How to Calculate Net Worth Tax

Even if you don’t do your own taxes each year, you may have heard about a net worth tax, also known as a wealth tax. A wealth tax is a tax levied by the government based on your net worth. The United States doesn’t levy a general wealth tax, but it does collect a payroll tax, income tax, and property tax. Still, you may find it useful to understand what a net worth tax might look like.

If you’d like to calculate your net worth and hypothetical net worth tax, this information will help you determine which steps to take.

What Is Net Worth?

Your net worth is the difference between your assets and liabilities. Assets are things you own, such as homes and cash, that have value. Liabilities include debts and loans you owe, such as a mortgage. They reduce your net worth.

  If you’d like to calculate your own net worth, subtract your liabilities from your assets. If you have $800,000 in assets and $300,000 in liabilities, your net worth is $500,000. You can also have a negative net worth if you have more liabilities than assets. For example, if you have $10,000 in savings but $20,000 in student loans, your net worth would be -$10,000.

In some cases, determining the value of assets and liabilities can be difficult. When you calculate net worth, it’s important that you use the fair market value to find out how much you own or owe.


You may find that it’s not so easy to determine the value of your assets. After all, your assets might include businesses, jewelry, homes, commercial properties, and more. Accountants and other financial professionals can help you determine the value of your assets in these situations.

One thing to remember is that you may have assets that aren’t as obvious as cash or a checking account. For instance, you may have a retirement or pension plan, treasury bills, vehicles, artwork, antiques, or a life insurance policy with cash value. Equity in your home is also an asset.


Just as assets can become murky, so can liabilities. Liabilities don’t include just your credit card debt, personal loans, and student loan debt. Liabilities also include taxes you owe, child support payments, alimony payments, business debt, and any legally binding support you’ve promised. This isn’t a comprehensive list, so it’s important that you discuss your liabilities with an accountant for the most reliable information.

Calculating a Hypothetical Wealth Tax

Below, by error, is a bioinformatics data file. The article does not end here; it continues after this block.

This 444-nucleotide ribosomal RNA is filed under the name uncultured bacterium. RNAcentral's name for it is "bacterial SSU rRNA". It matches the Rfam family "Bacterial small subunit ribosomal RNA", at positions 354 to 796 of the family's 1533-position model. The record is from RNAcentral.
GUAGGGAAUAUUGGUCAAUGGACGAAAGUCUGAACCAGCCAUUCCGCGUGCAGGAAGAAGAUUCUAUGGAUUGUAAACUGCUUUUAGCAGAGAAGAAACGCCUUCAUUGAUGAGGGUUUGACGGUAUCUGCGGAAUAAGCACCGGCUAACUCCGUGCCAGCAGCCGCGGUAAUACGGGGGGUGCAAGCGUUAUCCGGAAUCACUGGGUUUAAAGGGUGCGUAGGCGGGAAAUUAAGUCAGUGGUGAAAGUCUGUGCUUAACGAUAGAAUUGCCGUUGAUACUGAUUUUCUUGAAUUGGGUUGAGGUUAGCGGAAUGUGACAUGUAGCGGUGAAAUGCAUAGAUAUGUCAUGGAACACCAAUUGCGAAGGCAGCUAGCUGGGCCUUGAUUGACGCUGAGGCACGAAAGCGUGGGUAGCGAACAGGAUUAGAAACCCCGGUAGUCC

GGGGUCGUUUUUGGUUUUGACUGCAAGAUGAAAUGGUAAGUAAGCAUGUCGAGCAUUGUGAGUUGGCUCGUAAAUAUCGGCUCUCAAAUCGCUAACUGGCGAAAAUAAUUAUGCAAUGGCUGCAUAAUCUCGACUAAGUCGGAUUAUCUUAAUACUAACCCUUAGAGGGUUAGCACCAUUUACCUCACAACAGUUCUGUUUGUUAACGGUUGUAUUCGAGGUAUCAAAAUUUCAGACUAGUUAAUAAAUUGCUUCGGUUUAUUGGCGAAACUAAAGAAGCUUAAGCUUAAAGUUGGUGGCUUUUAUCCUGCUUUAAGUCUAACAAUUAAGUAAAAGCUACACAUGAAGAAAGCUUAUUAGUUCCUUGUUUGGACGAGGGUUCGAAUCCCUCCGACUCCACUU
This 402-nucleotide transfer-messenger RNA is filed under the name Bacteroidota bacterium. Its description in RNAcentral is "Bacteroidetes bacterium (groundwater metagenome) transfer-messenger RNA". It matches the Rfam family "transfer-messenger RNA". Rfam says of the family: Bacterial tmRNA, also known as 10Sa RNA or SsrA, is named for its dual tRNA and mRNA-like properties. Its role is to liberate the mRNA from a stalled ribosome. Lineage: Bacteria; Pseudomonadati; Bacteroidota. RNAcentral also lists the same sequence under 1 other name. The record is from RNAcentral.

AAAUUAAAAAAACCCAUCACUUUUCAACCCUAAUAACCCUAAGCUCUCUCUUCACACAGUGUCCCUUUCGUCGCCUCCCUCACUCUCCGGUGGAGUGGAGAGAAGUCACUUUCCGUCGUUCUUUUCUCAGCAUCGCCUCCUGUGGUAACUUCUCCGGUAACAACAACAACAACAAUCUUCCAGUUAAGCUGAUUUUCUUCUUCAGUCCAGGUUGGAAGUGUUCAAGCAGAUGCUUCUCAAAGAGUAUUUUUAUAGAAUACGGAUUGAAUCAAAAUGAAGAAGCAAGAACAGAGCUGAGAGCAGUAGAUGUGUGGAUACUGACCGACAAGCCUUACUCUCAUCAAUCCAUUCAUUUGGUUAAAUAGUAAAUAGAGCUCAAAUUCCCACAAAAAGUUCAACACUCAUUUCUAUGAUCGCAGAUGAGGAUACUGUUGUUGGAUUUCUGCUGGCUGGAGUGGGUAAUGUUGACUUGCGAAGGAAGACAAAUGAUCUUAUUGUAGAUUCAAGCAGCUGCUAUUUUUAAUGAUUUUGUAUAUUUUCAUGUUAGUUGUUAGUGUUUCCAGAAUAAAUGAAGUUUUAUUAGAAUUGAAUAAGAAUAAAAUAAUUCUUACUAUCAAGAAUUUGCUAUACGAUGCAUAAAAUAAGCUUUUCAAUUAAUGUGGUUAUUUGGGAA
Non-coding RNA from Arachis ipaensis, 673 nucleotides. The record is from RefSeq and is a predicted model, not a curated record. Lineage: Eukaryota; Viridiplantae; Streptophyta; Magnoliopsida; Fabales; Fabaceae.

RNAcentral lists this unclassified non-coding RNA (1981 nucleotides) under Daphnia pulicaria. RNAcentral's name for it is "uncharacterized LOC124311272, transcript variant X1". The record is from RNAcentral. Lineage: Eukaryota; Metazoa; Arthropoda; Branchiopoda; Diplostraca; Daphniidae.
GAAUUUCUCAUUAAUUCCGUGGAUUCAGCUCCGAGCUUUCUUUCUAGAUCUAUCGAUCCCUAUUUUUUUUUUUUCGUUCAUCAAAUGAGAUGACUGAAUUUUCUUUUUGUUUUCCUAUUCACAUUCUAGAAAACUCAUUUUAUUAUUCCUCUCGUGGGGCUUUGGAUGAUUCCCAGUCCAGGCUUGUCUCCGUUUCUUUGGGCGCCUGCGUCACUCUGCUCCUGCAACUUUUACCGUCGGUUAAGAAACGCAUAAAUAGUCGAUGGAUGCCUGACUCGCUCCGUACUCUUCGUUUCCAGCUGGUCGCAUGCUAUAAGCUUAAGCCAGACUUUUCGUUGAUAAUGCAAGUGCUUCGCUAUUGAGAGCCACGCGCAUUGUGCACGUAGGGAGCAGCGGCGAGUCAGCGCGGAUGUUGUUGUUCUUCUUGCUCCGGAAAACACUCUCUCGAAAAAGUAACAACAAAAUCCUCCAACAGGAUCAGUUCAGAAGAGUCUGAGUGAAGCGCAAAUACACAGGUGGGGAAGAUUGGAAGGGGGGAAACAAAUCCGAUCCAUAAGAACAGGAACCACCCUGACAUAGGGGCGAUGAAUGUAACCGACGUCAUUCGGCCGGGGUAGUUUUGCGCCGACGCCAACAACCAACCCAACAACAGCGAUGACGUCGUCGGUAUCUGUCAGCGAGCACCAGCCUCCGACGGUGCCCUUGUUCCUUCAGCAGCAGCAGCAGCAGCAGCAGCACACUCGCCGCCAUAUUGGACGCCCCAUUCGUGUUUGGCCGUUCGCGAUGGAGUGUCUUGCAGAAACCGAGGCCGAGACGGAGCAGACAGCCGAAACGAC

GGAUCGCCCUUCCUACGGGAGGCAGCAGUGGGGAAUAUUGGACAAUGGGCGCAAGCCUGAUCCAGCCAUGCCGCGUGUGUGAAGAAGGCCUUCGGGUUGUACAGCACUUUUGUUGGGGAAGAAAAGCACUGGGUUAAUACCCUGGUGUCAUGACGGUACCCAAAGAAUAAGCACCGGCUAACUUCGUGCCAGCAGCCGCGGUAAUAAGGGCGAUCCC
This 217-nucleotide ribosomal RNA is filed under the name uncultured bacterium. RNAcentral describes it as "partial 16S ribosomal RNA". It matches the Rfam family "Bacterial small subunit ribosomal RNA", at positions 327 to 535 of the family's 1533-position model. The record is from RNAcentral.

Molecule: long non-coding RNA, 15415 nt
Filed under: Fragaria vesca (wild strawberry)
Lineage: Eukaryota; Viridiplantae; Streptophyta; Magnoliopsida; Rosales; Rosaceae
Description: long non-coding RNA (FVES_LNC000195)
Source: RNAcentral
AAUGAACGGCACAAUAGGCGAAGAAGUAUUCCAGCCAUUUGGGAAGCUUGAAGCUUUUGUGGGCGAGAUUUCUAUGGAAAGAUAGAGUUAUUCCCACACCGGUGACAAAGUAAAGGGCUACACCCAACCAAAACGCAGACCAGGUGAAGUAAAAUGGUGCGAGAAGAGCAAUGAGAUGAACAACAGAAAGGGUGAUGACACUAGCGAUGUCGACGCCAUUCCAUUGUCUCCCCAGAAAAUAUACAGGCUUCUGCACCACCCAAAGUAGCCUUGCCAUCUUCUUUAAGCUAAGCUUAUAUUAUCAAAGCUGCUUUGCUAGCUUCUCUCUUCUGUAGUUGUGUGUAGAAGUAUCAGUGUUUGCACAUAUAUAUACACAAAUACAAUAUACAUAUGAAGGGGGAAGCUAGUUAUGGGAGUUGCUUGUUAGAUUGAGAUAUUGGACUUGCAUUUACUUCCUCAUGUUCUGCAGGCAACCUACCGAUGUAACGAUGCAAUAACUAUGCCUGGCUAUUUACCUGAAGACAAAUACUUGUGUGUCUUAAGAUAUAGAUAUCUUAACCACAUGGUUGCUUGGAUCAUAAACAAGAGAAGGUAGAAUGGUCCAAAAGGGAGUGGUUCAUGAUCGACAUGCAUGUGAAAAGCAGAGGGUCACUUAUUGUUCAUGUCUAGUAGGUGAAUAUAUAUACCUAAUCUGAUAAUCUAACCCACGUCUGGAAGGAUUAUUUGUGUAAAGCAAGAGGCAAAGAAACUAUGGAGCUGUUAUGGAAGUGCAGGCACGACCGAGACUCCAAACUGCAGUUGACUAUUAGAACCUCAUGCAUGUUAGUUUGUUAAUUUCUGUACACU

In some cases, determining a wealth tax is straightforward and based on a simple percentage. Let’s say that you live somewhere with a 3% wealth tax. If your net worth is $500,000, you’d multiply this figure by 0.03, or 3%. As a result, your tax bill would be $15,000.  

You may find that a wealth tax calculation isn’t this simple though. Some countries and regions may calculate wealth taxes differently. For instance, some tax authorities may not collect tax on certain assets, or they may place different types of taxes on different types of property. So, you may find that your location collects 2% taxes on real estate assets and 3% tax on cash assets, for example. This means you’ll need to have a solid understanding of the value of each asset you own.

Is Wealth Taxed in the United States?

The United States doesn’t have a tax on general wealth or net worth. Still, the government can tax specific types of wealth, including inheritance, property, and estates. The United States also taxes income that you earn, and you may end up paying more if you make more money. A property tax is one way in which the United States government collects tax for certain types of wealth.

Additionally, the U.S. does have a tax on capital gains. A tax on capital gains collects tax on profits you receive from selling assets, such as bonds, stocks, real estate, and other properties. The government doesn’t collect this tax until after you sell an asset, which does give you some power in determining when to pay this tax.

If you move to another country or own property elsewhere, you may find that you need to pay more attention to net worth taxes. In some countries, policies exist to prevent the taxation of certain types of assets, including owner-occupied houses, small businesses, pension funds, trusts, and gifts. Generally, wealth tax exempts some positive net worth. For example, you may not have to pay a net worth tax on the first million dollars of your net worth.

Understanding Wealth vs. Income

If you plan to calculate your net worth, you should know that wealth and income are different. Your wealth is the total value of your assets minus the value of your liabilities. If everything you owned and owed were transformed into cash, it’s the cash you’d be left with.

On the other hand, your income is the money you receive, typically from work, interest, or dividends. Authorities may tax you based on different income brackets as well as your tax filing status. Most people pay their income tax when they earn the income, and it comes out of their paycheck right away. They file an income tax return each year to ensure that you paid the correct amount of tax. If you paid more taxes than you owed, you’ll receive an income tax return.

Accounting Helps You Track Income and Wealth

You don’t have to rely on your own math and understanding of tax law to find important figures, such as your net worth. In fact, it might be better to find an experienced accountant to help you determine your net worth and taxable income. At Pasquesi Sheppard in Lake Forest, Illinois, our accountants can help you determine the balance of your assets and liabilities so that you have a better understanding of your financial worth. While you may not owe a net worth tax in the United States, understanding your net worth can help you make sound financial decisions.

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